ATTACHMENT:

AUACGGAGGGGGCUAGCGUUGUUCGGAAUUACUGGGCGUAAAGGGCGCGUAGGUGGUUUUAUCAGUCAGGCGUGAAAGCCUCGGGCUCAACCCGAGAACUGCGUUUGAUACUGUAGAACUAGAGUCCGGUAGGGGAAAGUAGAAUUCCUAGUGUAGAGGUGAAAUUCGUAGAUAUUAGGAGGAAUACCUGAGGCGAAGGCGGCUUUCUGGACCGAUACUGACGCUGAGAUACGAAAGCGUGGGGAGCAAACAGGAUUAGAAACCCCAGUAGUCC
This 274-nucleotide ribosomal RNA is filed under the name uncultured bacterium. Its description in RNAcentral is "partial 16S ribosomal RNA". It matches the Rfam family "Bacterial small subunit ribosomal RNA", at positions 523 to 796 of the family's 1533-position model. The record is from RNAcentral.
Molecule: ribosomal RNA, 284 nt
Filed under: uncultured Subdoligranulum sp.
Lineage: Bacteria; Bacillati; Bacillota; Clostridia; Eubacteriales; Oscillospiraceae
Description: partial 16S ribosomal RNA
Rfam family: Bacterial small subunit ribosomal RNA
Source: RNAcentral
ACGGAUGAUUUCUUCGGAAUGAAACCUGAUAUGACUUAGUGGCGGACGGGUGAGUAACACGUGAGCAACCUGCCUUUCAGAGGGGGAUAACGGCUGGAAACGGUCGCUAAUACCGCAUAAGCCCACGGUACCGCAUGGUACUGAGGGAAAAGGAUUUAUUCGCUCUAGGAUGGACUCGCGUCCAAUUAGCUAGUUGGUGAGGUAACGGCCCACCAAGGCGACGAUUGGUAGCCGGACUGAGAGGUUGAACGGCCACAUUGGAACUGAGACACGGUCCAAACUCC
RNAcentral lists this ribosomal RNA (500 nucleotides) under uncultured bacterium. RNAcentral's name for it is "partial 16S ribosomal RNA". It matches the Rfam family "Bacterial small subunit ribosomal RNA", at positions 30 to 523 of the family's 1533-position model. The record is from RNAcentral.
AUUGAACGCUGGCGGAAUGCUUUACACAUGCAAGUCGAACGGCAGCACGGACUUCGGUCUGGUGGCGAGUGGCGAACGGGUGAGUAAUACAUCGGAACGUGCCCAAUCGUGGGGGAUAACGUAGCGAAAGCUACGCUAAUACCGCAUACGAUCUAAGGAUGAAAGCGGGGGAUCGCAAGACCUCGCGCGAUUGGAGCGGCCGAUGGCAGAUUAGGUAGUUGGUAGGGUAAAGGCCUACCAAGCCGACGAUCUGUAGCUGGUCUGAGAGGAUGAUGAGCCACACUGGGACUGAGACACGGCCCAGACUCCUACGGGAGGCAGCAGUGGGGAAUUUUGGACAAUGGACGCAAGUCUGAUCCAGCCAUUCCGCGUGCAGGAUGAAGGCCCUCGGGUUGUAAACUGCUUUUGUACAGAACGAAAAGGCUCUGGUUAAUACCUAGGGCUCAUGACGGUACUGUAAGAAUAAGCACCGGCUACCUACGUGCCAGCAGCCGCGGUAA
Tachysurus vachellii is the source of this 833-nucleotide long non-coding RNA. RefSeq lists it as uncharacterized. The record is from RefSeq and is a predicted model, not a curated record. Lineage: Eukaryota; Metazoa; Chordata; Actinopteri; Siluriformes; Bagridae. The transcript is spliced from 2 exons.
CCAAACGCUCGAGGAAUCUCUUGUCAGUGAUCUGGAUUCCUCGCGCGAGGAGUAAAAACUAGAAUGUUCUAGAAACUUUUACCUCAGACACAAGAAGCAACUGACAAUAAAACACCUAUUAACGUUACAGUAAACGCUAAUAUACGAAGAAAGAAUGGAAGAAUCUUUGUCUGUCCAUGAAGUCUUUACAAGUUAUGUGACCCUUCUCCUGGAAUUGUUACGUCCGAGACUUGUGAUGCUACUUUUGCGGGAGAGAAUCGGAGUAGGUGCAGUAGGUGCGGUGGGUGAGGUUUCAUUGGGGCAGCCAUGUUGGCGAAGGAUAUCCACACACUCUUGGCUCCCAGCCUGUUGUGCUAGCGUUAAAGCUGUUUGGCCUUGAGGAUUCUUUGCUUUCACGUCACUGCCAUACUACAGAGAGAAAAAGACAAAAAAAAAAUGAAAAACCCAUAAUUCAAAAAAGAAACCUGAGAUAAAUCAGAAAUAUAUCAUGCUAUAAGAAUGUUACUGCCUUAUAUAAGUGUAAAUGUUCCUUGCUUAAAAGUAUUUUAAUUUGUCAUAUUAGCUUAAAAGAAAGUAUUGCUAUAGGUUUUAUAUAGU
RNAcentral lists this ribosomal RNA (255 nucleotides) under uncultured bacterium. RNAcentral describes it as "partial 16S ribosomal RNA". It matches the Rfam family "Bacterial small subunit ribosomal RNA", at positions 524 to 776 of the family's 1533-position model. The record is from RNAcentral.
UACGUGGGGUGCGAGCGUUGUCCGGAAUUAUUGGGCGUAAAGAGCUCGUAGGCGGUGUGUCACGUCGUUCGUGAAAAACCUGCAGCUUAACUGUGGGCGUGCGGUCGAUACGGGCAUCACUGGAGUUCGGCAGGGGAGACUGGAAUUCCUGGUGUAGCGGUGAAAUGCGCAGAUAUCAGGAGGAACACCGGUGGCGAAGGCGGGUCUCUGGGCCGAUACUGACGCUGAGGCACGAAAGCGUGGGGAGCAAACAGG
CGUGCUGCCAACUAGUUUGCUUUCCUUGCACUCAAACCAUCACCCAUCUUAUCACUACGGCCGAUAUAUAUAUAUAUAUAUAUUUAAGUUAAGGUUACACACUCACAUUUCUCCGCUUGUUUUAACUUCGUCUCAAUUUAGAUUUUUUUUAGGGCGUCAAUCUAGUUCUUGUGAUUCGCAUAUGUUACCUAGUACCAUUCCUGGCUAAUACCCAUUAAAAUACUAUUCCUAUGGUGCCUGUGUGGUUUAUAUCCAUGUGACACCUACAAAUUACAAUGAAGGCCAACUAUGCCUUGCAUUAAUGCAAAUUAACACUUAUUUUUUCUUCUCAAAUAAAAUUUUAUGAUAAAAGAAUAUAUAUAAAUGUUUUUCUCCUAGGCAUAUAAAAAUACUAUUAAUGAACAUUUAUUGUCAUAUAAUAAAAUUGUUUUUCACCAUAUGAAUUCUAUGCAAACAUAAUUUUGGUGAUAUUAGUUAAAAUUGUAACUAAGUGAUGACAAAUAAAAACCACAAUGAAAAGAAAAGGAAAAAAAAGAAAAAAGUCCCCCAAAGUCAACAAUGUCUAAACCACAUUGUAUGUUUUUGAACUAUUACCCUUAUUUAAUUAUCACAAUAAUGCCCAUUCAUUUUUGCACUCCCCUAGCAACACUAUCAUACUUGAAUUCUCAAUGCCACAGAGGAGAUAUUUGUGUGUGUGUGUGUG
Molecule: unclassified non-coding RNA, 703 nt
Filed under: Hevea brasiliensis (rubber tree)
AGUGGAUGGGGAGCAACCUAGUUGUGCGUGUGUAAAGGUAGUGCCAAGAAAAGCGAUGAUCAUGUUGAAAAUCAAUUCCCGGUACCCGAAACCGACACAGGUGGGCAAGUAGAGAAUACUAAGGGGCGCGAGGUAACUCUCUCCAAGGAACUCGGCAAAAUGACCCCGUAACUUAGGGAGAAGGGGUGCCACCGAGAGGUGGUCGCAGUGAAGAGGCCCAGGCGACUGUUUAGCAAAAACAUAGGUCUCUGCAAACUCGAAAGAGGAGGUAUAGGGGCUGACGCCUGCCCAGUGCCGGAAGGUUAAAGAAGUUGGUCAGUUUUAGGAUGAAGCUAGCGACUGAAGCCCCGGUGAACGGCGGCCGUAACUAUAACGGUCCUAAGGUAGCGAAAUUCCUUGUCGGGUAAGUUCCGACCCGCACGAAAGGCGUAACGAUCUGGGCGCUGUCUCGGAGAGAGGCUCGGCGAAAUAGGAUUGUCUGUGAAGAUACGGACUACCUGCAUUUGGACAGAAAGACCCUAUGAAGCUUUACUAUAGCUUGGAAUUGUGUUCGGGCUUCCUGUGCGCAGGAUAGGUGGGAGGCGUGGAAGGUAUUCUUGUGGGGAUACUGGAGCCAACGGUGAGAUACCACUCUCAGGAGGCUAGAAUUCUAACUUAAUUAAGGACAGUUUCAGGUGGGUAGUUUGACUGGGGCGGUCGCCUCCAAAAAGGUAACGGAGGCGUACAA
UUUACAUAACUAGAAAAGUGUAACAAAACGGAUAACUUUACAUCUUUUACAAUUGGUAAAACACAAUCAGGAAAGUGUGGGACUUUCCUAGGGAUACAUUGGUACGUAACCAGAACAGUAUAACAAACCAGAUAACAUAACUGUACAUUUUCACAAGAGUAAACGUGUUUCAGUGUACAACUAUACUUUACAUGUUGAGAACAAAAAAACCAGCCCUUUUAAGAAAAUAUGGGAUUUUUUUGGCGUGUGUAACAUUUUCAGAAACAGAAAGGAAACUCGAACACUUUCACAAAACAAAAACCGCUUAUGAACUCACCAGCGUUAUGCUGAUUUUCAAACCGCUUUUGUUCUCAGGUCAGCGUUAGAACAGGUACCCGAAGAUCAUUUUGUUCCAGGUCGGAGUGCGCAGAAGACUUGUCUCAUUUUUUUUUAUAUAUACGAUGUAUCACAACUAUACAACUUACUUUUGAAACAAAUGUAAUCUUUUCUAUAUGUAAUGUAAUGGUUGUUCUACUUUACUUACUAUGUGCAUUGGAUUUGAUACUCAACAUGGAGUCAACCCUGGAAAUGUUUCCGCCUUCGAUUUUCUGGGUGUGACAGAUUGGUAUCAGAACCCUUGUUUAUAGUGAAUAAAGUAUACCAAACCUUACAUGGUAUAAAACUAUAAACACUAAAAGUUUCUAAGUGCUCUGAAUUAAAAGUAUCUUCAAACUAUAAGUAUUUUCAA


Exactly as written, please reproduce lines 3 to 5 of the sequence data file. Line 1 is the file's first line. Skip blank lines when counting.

Molecule: ribosomal RNA, 284 nt
Filed under: uncultured Subdoligranulum sp.
Lineage: Bacteria; Bacillati; Bacillota; Clostridia; Eubacteriales; Oscillospiraceae